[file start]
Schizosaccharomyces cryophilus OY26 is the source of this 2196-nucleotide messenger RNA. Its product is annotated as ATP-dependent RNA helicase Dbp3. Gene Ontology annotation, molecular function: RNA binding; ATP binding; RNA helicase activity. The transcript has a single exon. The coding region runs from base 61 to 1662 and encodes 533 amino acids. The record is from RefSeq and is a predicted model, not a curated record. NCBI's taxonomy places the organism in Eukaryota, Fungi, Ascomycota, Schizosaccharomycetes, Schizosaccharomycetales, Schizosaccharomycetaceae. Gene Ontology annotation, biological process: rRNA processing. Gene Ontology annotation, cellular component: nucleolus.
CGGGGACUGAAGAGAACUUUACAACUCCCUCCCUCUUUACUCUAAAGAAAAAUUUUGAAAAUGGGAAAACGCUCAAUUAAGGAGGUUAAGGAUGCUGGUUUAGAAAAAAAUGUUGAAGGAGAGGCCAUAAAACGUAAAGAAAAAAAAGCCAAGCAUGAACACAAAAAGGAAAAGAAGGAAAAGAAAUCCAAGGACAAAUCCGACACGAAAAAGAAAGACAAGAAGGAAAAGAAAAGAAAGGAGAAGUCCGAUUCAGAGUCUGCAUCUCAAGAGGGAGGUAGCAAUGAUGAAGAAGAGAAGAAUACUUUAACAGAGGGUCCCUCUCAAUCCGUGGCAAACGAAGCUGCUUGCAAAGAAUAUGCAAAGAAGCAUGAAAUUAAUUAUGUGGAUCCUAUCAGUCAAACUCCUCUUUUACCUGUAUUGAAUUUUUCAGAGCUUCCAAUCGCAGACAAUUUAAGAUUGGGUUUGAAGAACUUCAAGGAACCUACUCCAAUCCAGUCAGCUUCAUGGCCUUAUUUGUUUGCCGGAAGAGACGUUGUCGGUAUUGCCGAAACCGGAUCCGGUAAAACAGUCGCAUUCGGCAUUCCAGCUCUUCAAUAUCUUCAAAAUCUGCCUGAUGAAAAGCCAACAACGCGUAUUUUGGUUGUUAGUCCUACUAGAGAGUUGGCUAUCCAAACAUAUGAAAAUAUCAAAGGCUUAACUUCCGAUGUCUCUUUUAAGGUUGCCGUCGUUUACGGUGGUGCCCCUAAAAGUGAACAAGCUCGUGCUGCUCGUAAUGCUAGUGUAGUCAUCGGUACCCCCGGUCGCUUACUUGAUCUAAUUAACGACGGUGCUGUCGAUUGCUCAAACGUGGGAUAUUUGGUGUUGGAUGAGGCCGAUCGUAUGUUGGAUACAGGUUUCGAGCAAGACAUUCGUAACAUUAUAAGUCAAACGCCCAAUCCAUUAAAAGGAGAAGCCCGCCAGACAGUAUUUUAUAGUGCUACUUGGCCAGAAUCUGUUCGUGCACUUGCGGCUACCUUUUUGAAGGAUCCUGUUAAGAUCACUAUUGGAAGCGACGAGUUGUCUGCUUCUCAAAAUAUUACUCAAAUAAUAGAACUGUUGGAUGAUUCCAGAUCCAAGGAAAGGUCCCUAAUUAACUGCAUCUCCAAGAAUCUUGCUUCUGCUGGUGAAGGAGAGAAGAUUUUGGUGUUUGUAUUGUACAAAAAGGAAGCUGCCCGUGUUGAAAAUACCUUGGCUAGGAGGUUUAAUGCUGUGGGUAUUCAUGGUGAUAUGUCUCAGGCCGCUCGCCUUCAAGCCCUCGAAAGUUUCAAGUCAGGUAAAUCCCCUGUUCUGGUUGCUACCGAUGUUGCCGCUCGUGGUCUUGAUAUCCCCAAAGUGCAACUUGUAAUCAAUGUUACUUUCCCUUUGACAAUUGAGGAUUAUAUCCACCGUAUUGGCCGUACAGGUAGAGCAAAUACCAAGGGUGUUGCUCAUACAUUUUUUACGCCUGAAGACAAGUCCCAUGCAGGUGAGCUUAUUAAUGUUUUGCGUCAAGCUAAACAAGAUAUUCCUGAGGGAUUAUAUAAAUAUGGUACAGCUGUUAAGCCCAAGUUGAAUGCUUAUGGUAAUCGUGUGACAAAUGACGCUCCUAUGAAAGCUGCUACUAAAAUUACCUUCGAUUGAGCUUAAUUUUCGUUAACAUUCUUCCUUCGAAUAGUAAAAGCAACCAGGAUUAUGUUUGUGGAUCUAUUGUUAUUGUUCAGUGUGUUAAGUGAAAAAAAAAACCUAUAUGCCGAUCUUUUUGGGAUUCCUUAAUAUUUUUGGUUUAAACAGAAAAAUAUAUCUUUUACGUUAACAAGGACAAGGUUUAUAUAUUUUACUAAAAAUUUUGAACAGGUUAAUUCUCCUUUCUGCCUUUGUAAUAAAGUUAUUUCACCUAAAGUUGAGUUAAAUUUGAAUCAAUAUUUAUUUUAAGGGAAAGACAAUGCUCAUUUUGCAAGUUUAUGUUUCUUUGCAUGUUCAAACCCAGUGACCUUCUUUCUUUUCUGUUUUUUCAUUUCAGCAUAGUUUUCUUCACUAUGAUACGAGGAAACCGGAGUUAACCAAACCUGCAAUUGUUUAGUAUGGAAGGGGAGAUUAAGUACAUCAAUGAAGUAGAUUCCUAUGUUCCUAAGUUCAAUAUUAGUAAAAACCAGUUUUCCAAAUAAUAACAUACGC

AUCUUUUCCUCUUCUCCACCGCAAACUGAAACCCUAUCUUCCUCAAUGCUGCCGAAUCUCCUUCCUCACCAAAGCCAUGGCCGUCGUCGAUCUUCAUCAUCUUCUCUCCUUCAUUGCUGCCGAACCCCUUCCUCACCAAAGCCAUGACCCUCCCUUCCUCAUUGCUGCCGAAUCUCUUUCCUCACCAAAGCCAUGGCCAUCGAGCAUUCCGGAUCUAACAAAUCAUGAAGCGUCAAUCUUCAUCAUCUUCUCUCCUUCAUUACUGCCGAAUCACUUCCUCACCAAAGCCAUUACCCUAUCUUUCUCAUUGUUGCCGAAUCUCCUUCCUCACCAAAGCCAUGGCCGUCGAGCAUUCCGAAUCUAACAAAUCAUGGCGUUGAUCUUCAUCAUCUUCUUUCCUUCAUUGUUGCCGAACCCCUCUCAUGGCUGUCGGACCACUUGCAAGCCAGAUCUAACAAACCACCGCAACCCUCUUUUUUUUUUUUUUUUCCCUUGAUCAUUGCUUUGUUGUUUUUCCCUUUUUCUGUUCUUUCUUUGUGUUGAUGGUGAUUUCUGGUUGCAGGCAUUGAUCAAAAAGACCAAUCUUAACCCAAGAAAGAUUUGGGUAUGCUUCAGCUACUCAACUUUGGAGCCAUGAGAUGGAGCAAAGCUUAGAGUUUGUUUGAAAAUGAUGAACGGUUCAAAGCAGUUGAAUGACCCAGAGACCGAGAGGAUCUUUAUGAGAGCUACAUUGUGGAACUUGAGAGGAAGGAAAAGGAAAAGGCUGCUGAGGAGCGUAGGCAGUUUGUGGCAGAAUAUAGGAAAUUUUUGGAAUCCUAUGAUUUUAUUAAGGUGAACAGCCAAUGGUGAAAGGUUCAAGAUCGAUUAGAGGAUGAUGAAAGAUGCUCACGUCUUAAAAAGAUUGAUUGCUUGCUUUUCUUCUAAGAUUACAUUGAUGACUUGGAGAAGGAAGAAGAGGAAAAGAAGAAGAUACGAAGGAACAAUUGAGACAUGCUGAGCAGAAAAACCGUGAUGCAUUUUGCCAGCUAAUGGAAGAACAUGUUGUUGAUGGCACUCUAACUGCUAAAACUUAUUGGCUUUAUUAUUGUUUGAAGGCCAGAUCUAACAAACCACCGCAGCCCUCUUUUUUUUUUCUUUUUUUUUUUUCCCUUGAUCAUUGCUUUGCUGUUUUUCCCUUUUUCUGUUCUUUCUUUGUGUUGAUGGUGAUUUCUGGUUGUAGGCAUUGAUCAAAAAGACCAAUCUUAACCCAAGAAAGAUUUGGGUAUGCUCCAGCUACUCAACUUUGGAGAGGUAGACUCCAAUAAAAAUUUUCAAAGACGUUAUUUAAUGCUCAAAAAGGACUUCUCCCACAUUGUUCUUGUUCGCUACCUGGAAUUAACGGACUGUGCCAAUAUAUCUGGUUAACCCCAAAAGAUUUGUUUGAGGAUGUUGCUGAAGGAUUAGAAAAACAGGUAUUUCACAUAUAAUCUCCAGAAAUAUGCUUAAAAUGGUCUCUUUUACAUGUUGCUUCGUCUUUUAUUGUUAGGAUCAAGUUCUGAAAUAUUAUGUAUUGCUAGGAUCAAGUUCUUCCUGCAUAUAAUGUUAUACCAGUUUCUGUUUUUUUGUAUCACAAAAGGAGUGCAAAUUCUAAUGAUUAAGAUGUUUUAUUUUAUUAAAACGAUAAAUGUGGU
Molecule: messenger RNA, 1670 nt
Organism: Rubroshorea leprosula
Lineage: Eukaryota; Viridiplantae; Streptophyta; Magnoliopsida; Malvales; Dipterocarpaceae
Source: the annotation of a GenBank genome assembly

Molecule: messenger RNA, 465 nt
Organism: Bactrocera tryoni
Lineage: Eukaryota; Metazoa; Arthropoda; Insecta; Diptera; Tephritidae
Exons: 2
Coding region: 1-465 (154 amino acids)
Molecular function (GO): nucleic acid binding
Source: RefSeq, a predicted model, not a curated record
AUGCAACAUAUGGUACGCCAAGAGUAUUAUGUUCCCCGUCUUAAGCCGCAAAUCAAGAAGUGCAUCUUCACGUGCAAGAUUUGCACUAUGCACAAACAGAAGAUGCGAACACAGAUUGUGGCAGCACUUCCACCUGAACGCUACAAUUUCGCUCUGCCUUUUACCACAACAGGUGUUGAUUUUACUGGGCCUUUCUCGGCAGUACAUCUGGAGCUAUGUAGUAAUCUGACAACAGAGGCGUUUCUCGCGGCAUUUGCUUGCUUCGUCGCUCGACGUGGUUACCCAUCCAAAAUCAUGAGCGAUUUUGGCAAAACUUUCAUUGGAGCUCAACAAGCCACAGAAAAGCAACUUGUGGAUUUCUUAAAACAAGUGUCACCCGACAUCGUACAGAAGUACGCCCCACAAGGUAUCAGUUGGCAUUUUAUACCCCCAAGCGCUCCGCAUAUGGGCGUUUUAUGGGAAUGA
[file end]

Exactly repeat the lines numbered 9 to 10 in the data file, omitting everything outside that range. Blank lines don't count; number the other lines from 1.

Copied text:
Organism: Bactrocera tryoni
Lineage: Eukaryota; Metazoa; Arthropoda; Insecta; Diptera; Tephritidae